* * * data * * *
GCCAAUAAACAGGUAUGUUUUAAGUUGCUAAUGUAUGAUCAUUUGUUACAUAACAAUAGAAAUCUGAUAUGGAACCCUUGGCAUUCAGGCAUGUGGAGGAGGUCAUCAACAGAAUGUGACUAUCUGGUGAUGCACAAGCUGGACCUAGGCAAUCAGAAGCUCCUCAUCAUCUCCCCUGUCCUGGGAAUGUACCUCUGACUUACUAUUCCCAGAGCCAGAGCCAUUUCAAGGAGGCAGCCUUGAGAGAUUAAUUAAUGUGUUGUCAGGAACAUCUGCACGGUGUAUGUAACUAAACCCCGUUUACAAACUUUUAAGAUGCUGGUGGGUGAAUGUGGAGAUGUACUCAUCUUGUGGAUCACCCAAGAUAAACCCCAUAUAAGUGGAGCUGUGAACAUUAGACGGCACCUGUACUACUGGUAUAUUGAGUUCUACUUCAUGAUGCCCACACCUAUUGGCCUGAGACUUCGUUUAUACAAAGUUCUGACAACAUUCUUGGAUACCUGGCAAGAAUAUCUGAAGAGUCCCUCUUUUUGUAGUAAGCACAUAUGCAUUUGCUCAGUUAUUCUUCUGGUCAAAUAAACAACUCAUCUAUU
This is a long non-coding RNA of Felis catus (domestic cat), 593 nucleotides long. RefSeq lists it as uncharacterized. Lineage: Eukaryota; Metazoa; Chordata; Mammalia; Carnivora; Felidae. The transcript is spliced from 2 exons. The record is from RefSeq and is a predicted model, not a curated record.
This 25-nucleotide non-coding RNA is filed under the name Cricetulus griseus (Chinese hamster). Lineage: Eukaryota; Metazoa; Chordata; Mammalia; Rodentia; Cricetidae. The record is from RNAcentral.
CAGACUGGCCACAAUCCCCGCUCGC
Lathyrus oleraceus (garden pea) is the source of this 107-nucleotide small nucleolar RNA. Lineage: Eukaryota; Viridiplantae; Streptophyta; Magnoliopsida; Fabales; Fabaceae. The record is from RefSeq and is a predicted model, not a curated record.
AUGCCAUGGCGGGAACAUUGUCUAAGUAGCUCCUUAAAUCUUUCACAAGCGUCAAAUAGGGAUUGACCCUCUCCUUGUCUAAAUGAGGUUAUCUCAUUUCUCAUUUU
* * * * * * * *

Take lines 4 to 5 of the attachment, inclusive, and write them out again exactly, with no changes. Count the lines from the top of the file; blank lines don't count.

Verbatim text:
CAGACUGGCCACAAUCCCCGCUCGC
Lathyrus oleraceus (garden pea) is the source of this 107-nucleotide small nucleolar RNA. Lineage: Eukaryota; Viridiplantae; Streptophyta; Magnoliopsida; Fabales; Fabaceae. The record is from RefSeq and is a predicted model, not a curated record.